On the way down the backside we met a family hiking the opposite direction, the only other hikers we would see all day.  We took a lunch break near the parking lot on road 681 and enjoyed the warm sunlight.  The 2.5 mile road walk on this hike didn't really excite me, but it passed pleasantly and quickly.  We joked about developing a back roads litter bingo game based on the unfortunate number of cans and bottles we saw along the road.  After 2.5 miles, we took a right on the Long Mountain Trail, which does not, actually, travel along Long Mountain.  It does, however, follow the valley below it. 

We descended for a couple of miles to the junction with the Trout Pond Trail.  This is where things got interesting.  After passing that, we noticed that we had crossed a couple of good-sized creeks that looked like they should empty into a good-sized stream just to our left (west) at the bottom of they valley.  Strangely, the lowest part of the valley looked perfectly dry.  We had noticed a few sinkholes along the way, several of them quite large.  When we got to the next stream, which also had a good-sized flow, Michael went to its mouth to investigate.  All of the water in the stream disappeared into the ground about 100 yards before it reached the bottom of the valley, which was filled with sinkholes.  It was pretty impressive to stand in the middle of the dry streambed and look upstream at small waterfalls flowing over the rocks.  I did try to take pictures of where the stream disappeared, but none of them captured it very well.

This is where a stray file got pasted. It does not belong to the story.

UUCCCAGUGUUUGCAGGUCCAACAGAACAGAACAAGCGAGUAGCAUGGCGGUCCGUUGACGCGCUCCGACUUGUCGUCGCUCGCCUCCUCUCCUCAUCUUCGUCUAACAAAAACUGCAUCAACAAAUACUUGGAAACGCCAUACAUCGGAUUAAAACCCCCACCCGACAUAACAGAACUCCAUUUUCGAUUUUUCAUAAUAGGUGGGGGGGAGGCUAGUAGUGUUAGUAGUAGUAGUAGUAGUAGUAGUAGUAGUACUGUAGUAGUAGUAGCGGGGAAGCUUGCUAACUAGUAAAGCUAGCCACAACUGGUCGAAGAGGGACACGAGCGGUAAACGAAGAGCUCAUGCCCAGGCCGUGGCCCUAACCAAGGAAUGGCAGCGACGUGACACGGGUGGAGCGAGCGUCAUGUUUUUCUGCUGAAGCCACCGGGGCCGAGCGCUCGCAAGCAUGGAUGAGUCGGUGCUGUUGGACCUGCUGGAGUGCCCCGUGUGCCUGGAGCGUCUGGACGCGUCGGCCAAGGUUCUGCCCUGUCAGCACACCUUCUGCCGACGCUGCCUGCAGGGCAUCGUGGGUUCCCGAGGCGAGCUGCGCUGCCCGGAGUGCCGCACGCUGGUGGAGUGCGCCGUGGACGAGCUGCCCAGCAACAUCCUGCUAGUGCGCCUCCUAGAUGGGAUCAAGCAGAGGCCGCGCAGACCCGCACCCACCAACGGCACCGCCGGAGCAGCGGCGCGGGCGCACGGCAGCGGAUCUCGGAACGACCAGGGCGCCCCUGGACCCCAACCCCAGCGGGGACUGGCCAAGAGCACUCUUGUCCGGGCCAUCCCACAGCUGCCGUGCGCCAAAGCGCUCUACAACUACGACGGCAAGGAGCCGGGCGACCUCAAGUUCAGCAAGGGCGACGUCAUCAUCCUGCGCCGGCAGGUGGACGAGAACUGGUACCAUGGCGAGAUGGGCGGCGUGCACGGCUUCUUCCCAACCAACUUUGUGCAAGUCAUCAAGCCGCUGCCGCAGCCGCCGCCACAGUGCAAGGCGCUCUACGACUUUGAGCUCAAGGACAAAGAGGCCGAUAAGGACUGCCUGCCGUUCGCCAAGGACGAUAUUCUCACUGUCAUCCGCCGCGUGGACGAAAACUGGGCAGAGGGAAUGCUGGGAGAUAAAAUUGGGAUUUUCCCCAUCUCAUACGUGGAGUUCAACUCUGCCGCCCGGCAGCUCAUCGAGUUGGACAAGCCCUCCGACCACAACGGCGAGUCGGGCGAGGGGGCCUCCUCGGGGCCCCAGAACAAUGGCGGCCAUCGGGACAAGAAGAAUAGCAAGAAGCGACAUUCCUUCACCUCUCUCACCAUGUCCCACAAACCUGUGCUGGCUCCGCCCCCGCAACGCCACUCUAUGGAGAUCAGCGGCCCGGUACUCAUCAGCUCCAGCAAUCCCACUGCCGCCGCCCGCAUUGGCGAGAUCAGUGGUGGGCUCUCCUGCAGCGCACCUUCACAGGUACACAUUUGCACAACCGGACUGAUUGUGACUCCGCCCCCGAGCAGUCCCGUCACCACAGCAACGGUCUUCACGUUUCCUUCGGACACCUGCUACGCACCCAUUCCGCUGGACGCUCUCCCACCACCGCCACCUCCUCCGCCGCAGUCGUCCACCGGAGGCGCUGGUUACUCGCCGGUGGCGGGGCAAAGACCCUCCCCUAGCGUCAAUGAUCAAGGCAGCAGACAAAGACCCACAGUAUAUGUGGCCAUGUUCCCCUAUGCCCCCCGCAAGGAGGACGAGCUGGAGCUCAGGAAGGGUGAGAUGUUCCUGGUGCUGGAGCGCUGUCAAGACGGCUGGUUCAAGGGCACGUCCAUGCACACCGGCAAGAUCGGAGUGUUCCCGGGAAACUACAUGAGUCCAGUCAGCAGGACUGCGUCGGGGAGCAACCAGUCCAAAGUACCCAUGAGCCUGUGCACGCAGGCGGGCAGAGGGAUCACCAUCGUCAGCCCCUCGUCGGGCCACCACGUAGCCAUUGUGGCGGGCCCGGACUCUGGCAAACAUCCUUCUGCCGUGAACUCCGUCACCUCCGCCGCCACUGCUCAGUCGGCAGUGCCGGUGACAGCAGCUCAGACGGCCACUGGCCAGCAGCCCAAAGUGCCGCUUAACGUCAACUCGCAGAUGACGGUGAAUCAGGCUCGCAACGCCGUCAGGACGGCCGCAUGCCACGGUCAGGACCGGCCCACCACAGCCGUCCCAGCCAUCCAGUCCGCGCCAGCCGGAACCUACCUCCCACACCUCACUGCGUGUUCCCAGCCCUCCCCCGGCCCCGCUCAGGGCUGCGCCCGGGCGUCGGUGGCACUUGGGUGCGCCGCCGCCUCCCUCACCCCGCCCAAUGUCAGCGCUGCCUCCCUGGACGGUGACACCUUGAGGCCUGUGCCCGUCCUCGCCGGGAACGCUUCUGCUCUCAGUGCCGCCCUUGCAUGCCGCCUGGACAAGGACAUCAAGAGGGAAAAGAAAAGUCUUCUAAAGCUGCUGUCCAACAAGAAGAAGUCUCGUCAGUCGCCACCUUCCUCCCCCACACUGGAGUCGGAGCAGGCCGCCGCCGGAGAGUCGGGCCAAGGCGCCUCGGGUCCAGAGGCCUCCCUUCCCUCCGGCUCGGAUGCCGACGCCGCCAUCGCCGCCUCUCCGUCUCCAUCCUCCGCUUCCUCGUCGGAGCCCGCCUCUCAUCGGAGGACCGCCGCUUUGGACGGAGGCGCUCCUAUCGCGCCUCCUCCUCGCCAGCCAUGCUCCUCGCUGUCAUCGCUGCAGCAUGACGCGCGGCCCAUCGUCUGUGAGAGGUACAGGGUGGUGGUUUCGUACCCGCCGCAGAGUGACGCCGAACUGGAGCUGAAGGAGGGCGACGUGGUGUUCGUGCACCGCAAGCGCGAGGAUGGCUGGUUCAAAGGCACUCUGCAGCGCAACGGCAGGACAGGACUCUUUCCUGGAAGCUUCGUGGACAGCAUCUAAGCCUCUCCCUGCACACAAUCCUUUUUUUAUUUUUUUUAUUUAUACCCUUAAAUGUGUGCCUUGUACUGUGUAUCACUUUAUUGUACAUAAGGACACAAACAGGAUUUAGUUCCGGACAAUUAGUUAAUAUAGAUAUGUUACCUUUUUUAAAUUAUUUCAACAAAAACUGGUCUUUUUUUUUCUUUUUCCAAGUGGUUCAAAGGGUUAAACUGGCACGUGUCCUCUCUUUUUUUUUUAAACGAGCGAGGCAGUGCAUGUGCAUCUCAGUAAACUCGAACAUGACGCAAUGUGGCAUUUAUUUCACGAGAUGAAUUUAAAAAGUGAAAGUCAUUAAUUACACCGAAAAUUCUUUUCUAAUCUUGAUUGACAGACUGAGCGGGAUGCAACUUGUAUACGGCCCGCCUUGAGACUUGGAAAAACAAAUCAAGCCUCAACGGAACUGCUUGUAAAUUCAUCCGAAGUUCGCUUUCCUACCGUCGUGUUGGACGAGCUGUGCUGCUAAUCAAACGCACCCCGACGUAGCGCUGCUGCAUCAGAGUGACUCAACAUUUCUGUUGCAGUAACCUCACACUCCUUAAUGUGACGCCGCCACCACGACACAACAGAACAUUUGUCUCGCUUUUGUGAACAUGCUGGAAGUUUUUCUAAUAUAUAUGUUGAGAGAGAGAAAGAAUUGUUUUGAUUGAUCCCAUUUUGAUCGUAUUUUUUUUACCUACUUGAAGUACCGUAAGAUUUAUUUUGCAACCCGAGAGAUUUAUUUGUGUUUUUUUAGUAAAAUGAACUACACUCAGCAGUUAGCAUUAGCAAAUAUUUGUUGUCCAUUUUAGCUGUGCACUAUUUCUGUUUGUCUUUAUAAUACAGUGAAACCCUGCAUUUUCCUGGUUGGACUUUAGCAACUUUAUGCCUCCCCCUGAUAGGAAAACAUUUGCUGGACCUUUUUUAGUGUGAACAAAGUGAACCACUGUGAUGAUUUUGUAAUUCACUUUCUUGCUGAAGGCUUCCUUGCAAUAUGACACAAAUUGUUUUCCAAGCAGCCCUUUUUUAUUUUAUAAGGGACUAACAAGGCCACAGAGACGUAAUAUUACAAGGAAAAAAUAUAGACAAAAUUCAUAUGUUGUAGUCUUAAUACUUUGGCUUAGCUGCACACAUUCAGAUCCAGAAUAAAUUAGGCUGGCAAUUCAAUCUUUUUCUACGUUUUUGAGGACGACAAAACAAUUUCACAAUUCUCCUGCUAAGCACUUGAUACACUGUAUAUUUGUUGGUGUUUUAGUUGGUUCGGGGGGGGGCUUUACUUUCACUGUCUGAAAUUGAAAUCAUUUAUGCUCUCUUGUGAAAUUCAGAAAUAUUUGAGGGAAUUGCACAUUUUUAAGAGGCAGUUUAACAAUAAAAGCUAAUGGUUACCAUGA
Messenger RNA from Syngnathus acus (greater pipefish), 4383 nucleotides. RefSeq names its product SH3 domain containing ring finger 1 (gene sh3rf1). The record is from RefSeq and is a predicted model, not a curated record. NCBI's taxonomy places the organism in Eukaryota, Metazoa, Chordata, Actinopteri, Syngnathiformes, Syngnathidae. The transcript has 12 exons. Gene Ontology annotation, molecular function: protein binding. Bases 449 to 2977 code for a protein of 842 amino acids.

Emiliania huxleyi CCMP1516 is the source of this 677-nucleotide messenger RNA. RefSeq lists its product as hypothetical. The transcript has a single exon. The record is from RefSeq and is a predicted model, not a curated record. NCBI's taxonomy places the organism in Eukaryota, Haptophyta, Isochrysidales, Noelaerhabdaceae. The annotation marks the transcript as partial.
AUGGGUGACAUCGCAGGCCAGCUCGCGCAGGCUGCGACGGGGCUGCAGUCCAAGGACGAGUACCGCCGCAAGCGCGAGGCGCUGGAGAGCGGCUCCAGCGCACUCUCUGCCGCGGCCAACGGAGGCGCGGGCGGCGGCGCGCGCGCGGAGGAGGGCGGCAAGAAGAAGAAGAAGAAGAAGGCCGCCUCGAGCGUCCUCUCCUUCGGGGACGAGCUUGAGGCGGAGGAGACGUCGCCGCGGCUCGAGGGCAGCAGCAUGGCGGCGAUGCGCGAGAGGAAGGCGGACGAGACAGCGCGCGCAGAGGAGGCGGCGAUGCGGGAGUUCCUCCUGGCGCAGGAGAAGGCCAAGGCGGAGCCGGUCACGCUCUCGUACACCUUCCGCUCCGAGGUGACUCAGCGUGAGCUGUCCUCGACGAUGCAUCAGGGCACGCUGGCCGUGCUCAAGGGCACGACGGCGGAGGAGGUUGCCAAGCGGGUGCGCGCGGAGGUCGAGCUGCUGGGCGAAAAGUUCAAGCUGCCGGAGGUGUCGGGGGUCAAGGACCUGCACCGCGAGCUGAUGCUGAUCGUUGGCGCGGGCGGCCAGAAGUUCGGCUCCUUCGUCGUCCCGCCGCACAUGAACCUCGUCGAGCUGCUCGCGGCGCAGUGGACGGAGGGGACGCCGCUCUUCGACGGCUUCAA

From there, we continued up the valley, crossing an impressive rock field.  I don't think anyone hikes that section of trail very often since the leaves weren't even broken up from foot traffic.  Eventually, we began the climb up over the ridge.  At some point the trail became a logging road and our pace picked up considerably.  After crossing the high point of the ridge, we descended to Trout Run.  There are beautiful cliffs on the left bank of Trout Run.  We reached the car at dusk.

This was a great hike, with lots of variety.  All said and done, we hiked 13.3 miles.  With the long road walk after Tibbet Knob and the logging roads near the end of the hike, it would be brutal in July and August.

Pictures (click to enlarge):
 Michael on top of Tibbet Knob.
 Bootshot looking north towards Big Schloss from Tibbet Knob.
 The trail south from Tibbet Knob
 Fungus and lichens on a tree.
 Mossy trail south of Tibbet Knob.
 A small waterfall.
 A decaying maple leaf in a creek.
 Bubbles in a stream.
 Knots in a downed tree.
 A small waterfall in the sun.
A puffball fungus.  I'm not sure which kind.
Colostoma cinnabarina (Stalked Puffballs).
Trout Run at the end of the hike.

Tuesday, February 14, 2012

Rocky Knob and Quarry Gap in the Snow

We have been spoiled this winter by relatively warm, dry weekends.  Sunday was a reminder that it is, most-assuredly, still February, which is still, definitively, the middle of winter.  It was a chance to try out my new softshell pants.  We haven’t done a lot of hiking in Pennsylvania and one of my goals for this year is to explore the Keystone State more.  We chose a 12 mile loop in Michaux State Forest that included the Appalachian Trail.

We started at Locust Gap.  It was a balmy 25 degrees with three inches of snow on the ground.   Hiking north on the Locust Gap Trail, we were down in a valley, so we didn’t feel the full wrath of the wind.  That would come later.  The Locust Gap Trail follows an old roadbed to Long Pine Run Reservoir, which was partially frozen.  From there, we picked up the Beaver Trail, which skirts the north shore of the reservoir.  We actually did see one tree that had been partially cut by a beaver.